The Keynesian theory of government stimulus rests on the idea that economies in recessions don’t suffer from a real loss of wealth (like a famine that wipes out your crop) but an excess of economic capacity (when your crop rots in the silo because you can’t get it to the market). Keynes contrasted the two ideas by referring to “a crisis of poverty” versus “a crisis of abundance.” Money spent by the government, in addition to creating new real wealth in the form of infrastructure or whatever, works by utilizing this unused capacity — especially the human capital, by putting people to work.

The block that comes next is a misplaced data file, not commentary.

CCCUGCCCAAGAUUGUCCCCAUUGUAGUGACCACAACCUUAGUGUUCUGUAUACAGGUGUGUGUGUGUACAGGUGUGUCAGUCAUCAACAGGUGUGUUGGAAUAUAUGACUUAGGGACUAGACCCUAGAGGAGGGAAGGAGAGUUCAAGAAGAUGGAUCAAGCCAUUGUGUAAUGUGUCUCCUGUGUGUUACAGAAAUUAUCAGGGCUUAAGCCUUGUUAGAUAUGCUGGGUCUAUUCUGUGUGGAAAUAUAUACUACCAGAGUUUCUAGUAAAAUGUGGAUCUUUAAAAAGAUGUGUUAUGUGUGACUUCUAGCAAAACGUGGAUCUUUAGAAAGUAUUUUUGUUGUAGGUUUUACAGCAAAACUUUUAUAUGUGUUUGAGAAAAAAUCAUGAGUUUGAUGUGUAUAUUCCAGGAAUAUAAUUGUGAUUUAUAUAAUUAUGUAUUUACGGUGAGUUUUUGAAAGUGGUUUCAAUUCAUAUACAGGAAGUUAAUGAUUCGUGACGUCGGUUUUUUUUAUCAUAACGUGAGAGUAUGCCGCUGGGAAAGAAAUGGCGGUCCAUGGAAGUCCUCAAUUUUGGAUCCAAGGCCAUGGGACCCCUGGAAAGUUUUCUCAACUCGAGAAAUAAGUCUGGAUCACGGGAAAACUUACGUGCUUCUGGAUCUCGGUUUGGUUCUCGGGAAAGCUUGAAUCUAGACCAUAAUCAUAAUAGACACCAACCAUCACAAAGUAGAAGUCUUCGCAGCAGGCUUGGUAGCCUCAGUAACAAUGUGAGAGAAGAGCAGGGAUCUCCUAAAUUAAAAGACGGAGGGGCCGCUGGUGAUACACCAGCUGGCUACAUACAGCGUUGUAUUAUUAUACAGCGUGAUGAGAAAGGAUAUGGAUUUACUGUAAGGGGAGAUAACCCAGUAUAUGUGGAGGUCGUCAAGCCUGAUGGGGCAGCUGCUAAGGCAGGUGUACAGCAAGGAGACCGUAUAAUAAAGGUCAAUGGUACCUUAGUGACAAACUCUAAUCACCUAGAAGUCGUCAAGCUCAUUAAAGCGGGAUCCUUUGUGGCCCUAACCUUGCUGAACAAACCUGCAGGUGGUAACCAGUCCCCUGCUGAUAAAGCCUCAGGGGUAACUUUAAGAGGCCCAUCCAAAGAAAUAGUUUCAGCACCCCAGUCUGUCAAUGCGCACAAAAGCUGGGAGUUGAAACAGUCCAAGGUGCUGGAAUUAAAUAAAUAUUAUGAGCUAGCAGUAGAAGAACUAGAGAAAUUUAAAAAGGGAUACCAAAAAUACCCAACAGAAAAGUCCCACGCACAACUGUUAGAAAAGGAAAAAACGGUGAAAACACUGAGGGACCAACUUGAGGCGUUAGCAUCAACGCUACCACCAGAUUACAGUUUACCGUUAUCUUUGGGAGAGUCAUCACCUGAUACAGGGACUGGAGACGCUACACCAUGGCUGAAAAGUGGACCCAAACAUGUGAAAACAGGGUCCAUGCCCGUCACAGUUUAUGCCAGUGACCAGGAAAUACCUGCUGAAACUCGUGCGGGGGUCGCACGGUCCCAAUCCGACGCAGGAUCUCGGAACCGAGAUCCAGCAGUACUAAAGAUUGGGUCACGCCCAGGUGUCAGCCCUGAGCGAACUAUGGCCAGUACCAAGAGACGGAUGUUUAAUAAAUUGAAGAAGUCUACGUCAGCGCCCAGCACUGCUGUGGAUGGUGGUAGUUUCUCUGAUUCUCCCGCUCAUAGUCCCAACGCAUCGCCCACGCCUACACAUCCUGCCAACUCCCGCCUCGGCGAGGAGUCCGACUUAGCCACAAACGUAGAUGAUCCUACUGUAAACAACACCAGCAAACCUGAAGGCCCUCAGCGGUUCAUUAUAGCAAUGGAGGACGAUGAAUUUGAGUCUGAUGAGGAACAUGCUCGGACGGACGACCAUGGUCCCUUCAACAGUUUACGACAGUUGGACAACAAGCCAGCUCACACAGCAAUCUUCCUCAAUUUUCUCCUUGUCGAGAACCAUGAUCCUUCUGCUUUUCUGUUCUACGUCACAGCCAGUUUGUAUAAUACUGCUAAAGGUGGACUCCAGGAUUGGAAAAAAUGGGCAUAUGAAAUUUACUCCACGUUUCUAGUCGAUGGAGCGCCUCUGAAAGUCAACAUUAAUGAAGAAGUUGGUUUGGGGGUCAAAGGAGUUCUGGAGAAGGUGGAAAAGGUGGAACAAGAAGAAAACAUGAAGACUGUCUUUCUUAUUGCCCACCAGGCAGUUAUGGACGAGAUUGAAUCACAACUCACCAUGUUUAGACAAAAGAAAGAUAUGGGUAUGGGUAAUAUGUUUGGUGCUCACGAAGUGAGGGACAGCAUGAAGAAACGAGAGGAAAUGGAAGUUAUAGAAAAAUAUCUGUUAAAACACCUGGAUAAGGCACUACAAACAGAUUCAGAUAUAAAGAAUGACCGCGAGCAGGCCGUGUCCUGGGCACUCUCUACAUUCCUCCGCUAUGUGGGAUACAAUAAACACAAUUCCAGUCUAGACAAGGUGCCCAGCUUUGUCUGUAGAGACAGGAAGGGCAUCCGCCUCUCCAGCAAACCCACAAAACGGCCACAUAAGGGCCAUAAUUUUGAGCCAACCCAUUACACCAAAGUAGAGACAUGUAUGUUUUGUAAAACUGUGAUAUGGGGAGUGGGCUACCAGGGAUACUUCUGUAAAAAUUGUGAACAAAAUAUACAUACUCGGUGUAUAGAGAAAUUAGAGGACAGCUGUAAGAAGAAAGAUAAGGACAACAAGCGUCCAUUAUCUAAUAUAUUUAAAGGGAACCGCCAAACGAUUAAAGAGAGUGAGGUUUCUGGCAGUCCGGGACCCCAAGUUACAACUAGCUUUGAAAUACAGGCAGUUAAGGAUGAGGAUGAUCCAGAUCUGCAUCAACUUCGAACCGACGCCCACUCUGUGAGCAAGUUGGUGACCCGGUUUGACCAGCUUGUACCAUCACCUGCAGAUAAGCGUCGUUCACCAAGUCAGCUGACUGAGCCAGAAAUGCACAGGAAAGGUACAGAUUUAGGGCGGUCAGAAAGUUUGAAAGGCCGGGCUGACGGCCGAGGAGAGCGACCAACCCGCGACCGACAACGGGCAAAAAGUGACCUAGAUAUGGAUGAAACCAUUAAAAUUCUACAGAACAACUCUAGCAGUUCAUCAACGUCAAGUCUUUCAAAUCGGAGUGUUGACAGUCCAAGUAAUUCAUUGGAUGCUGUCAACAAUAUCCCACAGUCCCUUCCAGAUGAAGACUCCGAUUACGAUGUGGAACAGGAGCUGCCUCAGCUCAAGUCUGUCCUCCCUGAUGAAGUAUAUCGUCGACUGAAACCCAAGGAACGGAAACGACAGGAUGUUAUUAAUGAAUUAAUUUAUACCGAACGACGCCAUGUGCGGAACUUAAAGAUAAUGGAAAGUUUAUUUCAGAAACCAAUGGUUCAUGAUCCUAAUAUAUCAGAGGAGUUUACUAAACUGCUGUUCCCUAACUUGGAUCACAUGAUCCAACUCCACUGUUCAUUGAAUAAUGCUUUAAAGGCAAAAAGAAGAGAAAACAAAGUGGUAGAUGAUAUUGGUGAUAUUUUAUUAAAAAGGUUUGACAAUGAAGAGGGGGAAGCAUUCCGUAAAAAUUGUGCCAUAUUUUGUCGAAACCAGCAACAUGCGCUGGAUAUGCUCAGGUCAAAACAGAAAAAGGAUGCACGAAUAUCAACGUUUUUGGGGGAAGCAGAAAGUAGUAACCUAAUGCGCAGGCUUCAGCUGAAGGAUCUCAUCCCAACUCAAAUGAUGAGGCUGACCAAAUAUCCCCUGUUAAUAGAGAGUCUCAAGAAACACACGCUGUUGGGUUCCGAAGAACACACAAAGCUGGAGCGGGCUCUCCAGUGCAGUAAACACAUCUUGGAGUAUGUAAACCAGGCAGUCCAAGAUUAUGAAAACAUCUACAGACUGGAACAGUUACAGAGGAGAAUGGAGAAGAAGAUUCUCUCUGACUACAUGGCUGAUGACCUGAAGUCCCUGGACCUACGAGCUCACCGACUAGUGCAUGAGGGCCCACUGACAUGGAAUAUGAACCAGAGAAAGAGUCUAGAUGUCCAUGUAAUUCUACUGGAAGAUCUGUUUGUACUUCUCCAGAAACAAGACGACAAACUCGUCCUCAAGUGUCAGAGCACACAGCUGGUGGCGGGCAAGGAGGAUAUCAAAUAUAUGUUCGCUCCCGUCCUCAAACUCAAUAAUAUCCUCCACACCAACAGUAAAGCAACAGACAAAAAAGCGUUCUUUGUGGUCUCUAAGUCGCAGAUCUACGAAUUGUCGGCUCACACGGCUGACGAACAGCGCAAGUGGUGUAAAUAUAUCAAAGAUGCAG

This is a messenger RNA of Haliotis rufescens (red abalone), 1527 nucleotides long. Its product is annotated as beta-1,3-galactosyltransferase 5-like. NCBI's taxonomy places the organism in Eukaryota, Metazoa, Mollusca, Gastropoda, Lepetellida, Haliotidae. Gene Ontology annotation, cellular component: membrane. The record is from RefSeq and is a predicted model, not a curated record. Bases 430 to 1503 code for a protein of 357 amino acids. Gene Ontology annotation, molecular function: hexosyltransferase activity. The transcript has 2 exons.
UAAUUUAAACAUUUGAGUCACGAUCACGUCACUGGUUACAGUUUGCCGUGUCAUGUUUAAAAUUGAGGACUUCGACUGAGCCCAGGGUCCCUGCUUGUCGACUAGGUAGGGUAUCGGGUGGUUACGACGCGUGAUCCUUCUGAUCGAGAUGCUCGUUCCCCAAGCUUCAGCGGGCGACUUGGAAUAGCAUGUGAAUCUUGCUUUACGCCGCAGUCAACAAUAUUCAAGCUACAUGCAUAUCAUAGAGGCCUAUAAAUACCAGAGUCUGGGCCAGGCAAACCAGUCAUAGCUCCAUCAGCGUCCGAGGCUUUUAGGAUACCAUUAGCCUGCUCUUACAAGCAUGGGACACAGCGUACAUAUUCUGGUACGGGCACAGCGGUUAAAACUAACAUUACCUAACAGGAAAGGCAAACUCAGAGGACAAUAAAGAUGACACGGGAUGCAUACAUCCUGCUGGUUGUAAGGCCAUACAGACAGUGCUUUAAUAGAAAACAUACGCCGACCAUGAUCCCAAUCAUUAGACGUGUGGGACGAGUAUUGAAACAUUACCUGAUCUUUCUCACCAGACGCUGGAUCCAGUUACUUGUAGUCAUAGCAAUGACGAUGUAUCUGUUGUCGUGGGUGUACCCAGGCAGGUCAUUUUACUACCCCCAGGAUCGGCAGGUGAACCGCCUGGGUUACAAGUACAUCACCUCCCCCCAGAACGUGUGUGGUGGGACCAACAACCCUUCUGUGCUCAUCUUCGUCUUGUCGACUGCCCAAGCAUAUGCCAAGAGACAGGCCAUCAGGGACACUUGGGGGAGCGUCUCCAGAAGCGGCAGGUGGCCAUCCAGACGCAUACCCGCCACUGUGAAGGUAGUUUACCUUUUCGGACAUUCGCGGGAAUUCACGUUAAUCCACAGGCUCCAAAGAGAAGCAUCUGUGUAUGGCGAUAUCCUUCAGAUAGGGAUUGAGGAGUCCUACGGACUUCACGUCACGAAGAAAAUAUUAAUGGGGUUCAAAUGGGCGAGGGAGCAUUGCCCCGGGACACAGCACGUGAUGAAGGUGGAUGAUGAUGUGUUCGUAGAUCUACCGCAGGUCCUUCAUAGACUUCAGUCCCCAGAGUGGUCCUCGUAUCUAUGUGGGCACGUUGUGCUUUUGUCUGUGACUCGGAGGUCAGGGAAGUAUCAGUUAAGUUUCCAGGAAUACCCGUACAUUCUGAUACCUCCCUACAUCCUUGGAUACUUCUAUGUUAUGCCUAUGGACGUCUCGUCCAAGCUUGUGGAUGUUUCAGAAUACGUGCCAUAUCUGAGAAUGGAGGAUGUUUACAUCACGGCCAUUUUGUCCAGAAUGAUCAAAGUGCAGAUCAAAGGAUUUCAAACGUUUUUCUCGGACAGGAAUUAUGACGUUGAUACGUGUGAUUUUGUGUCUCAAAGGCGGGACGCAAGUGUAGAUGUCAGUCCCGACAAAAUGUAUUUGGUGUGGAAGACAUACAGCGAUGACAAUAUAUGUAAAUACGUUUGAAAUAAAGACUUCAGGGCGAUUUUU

But underutilized capacity isn’t just people who are out of work — it’s the goods rotting in our warehouses. The recent GDP dip was saved from staggering free-fall only by a quirk in the way these goods are measured:
The actual decline in the gross domestic product — at a 3.8 percent annual rate — fell short of the 5 to 6 percent that most economists had expected for the fourth quarter. But that was because consumption collapsed so quickly that goods piled up in inventory, unsold but counted as part of the nation